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Skilled Nursing Can Reduce Hospital Visits

Sponsored by Oxford Health and Rehab

By Carrie Stambaugh

Avoiding visits to the emergency department can save money, preserve health care resources and result in better long-term outcomes for residents of nursing homes and rehabilitation centers.

Oxford Health and Rehab is focused on doing just that, according to Joe Stephens, interim administrator. The 180-bed facility has a range of staff that focuses on ensuring patients get the highest quality care available in order to prevent hospitalizations and emergency department (ED) visits, and ensure patients stay healthy or on their path to recovery. The facility has both long-term nursing home patients as well as patients who are there short term to receive care and rehabilitation for an injury or illness.

“Anytime that someone reaches the level of need for emergency services, there is typically trauma involved, whether it is physical or mental. The last thing we want to add is significant trauma to the daily lives of the residents,” said Stephens. “Anything we can do to prevent that is our goal. We want to make sure they eat right, get movement, and the medications they need to healthy, remain healthy.”

Oxford Health and Rehab employs an alphabet soup of skilled nursing staff and skilled resident care providers including nurse partitioners, licensed practical nurses, registered nurses, certified nursing assistants. It also has a contracted staff in speech, physical and occupational therapy.

Among its highest trained and vital staff is a full-time nurse practitioner with a specialty in wound care, said Stephens. That particular staffer is critical to the facility’s ability to accept and provide the high level of specialized care patients with significant wounds need, without having to leave the facility.

The Centers for Diseases Control and Prevention (CDC) has suggested through analyzing findings of extensive research literature on the hospitalization of nursing home residents that often these visits can be prevented with better levels of highly trained nursing staff. In 2010 CDC reported that in nationwide in 2004, 123,600 individuals representing 8 percent of nursing home residents, had an ED visit in the prior 90 days and that 40 percent of those visits were preventable. Preventable visits resulted from falls, heart conditions, pneumonia, mental status changes, urinary tract infections, gastrointestinal bleeding, fever, metabolic disturbances and skin diseases.

“We have a very high level of care and attention that is available to our residents every day,” said Stephens noting a nurse’s aid or nurse assistant is often the front-line worker most in contact who may notice a change in behavior or a new symptom. “We are able to be proactive in the attention that they need, and upon first notice of a decline, or issue that may be developing with them, we have the physicians and nurse practitioners that are available to meet their needs on a real time basis,” he added.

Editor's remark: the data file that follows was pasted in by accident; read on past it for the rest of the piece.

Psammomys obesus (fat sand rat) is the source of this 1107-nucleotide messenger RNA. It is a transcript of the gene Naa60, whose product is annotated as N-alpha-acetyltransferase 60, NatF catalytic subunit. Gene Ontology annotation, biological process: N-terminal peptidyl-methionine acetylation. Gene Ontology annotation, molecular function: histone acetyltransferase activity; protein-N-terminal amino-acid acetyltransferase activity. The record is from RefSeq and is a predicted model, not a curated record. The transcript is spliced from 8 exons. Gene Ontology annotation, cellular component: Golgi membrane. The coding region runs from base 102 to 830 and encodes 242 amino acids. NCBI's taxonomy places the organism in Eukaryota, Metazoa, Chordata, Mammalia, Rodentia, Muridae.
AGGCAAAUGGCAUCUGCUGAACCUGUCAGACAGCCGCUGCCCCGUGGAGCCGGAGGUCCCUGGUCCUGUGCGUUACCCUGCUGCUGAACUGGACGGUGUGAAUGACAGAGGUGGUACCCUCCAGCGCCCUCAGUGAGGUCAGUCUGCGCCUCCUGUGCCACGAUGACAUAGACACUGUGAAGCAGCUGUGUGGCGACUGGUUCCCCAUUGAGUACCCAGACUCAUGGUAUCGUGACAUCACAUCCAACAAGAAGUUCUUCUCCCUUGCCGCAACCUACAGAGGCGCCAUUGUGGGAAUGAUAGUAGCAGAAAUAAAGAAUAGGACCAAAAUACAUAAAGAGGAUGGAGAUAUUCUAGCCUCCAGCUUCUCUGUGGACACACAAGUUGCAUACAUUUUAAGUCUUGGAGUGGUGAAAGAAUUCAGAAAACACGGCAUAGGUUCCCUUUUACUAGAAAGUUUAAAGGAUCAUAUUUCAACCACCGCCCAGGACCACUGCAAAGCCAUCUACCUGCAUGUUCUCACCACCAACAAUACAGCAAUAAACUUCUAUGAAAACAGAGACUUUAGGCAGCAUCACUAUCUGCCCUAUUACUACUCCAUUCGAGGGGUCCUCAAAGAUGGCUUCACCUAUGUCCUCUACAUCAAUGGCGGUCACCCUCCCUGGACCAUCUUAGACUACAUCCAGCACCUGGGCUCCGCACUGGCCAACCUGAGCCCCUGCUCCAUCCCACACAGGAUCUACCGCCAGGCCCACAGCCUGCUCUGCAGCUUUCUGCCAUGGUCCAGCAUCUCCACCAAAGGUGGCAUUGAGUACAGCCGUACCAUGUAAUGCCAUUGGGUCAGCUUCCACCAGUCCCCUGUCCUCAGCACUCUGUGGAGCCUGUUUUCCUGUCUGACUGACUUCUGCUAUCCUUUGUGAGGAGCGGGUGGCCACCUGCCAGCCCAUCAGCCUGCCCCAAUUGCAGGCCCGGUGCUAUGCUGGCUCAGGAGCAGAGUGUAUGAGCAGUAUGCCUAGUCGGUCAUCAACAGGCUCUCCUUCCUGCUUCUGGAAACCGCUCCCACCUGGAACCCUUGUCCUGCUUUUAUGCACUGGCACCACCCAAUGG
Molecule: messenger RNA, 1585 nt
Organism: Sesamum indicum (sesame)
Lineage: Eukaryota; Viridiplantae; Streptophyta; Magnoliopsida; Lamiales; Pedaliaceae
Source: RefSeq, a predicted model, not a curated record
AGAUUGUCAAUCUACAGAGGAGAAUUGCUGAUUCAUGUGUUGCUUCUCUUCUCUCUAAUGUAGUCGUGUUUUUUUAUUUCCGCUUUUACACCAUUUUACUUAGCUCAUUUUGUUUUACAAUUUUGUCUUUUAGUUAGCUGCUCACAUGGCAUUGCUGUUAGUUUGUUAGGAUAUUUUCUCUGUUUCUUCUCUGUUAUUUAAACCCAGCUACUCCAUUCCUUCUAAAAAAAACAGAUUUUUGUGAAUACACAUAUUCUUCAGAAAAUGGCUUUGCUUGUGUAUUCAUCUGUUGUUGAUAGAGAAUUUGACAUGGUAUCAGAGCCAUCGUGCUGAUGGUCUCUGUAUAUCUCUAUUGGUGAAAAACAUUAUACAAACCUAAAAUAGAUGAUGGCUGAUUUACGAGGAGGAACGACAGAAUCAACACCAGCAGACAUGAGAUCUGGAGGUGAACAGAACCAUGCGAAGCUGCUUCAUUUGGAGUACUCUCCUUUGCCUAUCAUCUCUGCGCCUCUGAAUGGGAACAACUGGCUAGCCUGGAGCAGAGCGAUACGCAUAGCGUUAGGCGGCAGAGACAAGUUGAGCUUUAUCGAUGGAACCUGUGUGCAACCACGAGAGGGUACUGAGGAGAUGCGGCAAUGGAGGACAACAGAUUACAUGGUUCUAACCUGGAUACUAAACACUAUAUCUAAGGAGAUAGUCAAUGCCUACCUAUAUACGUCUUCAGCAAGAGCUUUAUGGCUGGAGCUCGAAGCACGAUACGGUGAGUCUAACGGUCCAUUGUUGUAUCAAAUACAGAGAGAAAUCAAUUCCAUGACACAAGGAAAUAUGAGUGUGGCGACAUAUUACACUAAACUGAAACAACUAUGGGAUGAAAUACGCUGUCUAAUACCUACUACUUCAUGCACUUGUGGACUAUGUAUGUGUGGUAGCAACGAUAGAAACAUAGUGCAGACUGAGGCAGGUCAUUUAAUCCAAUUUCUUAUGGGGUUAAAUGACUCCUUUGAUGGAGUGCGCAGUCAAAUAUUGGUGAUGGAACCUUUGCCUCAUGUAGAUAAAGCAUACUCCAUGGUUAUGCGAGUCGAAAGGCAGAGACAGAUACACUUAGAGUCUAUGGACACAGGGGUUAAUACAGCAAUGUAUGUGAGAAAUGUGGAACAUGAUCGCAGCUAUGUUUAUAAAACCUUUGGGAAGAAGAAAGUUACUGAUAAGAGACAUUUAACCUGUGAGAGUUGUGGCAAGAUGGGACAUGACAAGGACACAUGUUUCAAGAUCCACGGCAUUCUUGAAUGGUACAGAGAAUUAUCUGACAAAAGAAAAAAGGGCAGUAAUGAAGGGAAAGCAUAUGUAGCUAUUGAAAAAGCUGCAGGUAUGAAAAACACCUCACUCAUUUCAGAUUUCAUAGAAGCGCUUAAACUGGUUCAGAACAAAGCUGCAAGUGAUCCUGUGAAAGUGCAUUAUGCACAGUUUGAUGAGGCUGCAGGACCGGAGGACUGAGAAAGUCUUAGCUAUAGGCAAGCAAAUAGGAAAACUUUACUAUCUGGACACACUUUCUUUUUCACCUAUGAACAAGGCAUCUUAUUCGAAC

Sometimes ED visits and hospitalizations are unavoidable, when it happens Oxford Health and Rehab takes steps to ensure it remains in communications with other care providers to ensure that continuity of care.  “We are proactive in communications with hospitals as well,” said Stephens, “With our connected interface we are able to access their records, and they have access to our records. We can know more about their situation, in a more comprehensive way, so we can get the residents back here quicker,” he explained adding, “They also give us input as to how we can better improve and address the issues a resident may have so we work together to utilize their expertise to understand what may be the cause of the issues. By doing that we can identify areas we can address before they become problems.”

“By us being proactive and quick to identify decline or issues that a resident might have, certainly will reduce the economic impact that would otherwise be substantial in many cases,” said Stephens.

 

He noted prevention is especially important now during the Covid-19 pandemic when facilities want to avoid any unnecessary ED visits that could place further strain on the hospital system or expose staff and patients to the virus. “Staying in contact with hospitals and facilities enables us to work with residents and prevent them from going to ED unnecessarily because of symptoms that may not be Covid related. There are certain lab tests or symptoms that assist the physicians indicating it wasn’t Covid so we could keep them here a day or two while we see if the illness progresses,” Stephens said.

Oxford Health and Rehab is continuing to take all steps to protect its residents and staff from the novel coronavirus and has been proactive from the get-go, said Stephens.

“Our owners were very proactive about infection control aspects of the environment and the activities of the employees, far in advance of the state and federal government requirements about hygiene and visitation in such in the facilities,” he said, noting now that influenza season is coming the facility will continue its vigilance to protect its residents by ensuring their environment is safe.

 

 

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